In the second of two essays from the Text and Image in the Novel section of The Future of Text and Image, Ofra Amihay, the book’s other co-editor, focuses her attention on the Israeli novelist Ronit Matalon and her book The One Facing Us. Originally published in 1995 in Hebrew and translated into English in 1998, The One Facing Us is the story of Esther, a teenage girl whose parents send her on a reverse migration from Israel to Cameroon in hopes that living with her uncle might settle her down a bit. Amihay briefly addresses “the anxiety of the visual in traditional Jewish society” before dealing with Matalon as one of several writers whose work has sought to remove “the separation between the textual and the visual.”
Photographs play a crucial role in the novel, serving as a kind of family history and family tree for Esther. Nearly each chapter opens with the reproduction of a photograph and a caption that explains who is in the photograph: “Uncle Sicourelle and Workers, the Port of Douala, Cameroon,” “Father in a Room,” “Jacqueline Kahanoff, Uncle Moise, and Mother, the Banks of the Nile, Cairo, 1940,” and so on. The chapters that don’t begin with a photograph actually open with a “missing photograph,” a gray space complete with photo corners, plus a caption, representing a photograph that Esther remembers but which has become lost. Each of these chapters begins with a prose description of the remembered photograph, a point that Amihay emphasizes.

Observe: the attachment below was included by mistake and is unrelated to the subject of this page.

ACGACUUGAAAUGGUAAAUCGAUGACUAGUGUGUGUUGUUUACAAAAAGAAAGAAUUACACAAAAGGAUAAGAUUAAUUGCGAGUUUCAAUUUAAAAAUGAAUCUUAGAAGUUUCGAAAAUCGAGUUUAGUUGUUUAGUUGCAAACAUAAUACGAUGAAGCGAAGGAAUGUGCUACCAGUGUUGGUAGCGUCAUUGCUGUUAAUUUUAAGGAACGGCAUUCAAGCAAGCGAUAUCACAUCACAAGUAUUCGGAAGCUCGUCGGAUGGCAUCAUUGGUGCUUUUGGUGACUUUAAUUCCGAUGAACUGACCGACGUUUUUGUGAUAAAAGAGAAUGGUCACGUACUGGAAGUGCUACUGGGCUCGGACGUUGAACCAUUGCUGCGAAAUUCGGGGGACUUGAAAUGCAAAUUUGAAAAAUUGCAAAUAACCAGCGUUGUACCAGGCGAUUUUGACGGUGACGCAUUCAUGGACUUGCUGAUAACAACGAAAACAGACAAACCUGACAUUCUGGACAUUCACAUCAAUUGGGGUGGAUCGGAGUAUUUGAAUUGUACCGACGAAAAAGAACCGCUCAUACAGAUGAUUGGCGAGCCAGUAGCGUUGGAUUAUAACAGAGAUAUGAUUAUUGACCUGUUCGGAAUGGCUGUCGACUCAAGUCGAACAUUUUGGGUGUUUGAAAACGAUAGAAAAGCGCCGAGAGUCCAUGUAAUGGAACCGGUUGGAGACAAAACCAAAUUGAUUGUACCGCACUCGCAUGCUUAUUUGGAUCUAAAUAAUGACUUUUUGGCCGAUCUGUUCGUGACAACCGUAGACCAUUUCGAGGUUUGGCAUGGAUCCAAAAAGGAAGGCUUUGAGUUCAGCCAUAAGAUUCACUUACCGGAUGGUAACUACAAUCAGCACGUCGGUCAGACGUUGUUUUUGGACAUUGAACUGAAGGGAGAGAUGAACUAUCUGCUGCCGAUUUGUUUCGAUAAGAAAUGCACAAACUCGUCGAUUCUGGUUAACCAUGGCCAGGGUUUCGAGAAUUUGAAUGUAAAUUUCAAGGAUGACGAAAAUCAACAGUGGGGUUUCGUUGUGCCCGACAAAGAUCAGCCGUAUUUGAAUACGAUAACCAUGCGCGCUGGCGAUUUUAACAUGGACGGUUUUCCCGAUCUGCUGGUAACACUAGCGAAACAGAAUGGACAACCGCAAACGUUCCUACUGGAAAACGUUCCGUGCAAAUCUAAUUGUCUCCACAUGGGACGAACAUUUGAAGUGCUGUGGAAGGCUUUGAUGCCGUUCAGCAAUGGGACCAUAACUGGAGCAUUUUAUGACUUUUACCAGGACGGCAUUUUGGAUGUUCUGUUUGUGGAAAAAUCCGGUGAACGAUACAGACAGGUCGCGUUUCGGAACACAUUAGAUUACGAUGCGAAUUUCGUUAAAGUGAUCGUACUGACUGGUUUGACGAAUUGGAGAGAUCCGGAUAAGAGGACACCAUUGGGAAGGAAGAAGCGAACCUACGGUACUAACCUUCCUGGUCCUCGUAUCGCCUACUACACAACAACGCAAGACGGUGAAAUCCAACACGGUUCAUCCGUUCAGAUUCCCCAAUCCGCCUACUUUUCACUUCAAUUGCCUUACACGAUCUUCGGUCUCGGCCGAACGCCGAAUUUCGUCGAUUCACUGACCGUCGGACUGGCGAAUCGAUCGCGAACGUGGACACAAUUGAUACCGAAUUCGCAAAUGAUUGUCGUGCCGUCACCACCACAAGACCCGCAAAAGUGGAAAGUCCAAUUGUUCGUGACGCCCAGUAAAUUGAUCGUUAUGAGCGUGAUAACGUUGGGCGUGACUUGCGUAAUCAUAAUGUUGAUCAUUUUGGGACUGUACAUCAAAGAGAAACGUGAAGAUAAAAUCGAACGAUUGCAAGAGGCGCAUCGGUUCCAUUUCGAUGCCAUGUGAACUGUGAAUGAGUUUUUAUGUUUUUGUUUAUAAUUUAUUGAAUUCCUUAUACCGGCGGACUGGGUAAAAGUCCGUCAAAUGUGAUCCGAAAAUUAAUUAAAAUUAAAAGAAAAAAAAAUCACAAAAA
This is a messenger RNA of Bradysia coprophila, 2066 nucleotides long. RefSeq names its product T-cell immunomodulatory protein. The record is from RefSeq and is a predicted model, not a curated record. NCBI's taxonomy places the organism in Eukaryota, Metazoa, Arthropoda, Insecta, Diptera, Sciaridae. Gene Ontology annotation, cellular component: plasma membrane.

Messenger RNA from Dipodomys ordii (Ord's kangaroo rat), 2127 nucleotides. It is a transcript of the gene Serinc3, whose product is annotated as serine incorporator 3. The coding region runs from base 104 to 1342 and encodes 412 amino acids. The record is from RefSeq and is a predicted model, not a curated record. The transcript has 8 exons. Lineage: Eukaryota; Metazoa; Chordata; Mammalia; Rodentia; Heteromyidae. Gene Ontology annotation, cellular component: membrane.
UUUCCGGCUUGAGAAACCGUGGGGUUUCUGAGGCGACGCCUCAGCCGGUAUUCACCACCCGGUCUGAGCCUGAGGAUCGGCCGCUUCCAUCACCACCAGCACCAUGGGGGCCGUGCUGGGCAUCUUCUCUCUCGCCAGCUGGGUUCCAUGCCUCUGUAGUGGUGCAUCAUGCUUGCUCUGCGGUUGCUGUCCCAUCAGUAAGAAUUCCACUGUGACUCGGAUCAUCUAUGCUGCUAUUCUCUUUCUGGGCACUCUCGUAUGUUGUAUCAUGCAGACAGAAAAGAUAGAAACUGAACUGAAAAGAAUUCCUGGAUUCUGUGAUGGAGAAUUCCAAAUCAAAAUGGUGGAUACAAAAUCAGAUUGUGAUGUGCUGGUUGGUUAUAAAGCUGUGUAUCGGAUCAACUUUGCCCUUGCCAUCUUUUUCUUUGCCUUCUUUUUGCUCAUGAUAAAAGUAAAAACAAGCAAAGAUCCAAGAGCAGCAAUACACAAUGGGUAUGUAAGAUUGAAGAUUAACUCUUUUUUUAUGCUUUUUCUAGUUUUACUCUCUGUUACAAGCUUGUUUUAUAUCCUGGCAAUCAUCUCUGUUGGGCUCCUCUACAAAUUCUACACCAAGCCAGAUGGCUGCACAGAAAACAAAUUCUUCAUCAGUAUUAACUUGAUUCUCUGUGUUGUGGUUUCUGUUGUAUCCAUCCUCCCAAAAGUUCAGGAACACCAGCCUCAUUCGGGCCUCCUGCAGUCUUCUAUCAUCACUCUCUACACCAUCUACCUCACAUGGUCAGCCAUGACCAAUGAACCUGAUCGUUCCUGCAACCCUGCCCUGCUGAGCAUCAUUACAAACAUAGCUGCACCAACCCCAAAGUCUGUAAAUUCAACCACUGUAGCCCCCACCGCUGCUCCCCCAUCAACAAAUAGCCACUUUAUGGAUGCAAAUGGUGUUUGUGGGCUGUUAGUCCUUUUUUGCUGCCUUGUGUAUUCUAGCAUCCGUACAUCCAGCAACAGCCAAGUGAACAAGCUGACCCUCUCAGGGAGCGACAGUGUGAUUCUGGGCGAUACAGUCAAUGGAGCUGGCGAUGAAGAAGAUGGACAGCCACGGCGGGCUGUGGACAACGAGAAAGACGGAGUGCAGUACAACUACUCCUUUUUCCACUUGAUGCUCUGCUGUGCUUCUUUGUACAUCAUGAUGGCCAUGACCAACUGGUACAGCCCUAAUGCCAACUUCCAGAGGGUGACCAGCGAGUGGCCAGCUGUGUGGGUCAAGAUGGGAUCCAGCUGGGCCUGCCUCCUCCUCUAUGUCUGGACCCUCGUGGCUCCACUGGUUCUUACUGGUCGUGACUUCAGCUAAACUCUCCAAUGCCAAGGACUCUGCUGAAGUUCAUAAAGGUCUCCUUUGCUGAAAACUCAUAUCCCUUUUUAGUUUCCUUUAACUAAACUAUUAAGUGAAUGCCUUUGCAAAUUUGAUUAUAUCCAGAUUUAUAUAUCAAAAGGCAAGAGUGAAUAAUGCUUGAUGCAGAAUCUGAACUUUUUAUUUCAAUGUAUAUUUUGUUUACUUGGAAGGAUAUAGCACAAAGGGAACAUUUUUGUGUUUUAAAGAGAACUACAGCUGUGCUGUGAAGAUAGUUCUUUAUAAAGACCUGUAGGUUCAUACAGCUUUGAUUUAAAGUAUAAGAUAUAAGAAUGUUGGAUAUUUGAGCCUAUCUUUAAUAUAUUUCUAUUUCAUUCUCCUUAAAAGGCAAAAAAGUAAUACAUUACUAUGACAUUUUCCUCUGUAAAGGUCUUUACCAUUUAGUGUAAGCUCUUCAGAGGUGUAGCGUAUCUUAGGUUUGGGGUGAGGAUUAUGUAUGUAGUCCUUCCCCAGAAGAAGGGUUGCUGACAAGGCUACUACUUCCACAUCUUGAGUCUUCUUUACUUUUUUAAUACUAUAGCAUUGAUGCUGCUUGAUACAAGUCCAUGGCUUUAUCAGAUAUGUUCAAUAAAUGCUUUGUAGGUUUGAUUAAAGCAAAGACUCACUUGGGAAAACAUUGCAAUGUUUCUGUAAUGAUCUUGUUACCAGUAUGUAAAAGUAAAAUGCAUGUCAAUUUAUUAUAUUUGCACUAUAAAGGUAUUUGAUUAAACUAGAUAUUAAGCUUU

A lost photograph, Matalon seems to suggest, does not leave a complete void: its imagined “negative” keeps lingering and circulating in the family memory and it remains an active part of the family roots. It is precisely the portability of the photograph that makes the photograph/roots analogy so central in constructing the postcolonial stance in this novel, in locating culture in the realm of the beyond and in focusing on immigration as a state of mind.
Amihay’s essay explores the way in which Matalon’s use of photographs helps “tell the story of Jewish immigration from the inside,” especially “immigration as a postcolonial state of mind.” Esther “acquires her identity” largely through photographs. But until the photographs are given history and context they remain meaningless, as is clear when Esther mediates between family photographs and her blind grandmother, explaining to her grandmother what is visible so that her grandmother can supply the relevant family history and context.
Amihay suggests that “Matalon chooses to write in a manner in which the photographs themselves can be designated as immigrants – belonging to the visual world, immigrating into the textual one.” Photographs symbolize a “strategy of survival” which is both “transnational and translational.” Amihay’s intriguing essay has encouraged me to pull Matalon’s book off my shelf and move it a little higher on the “must-read” stack.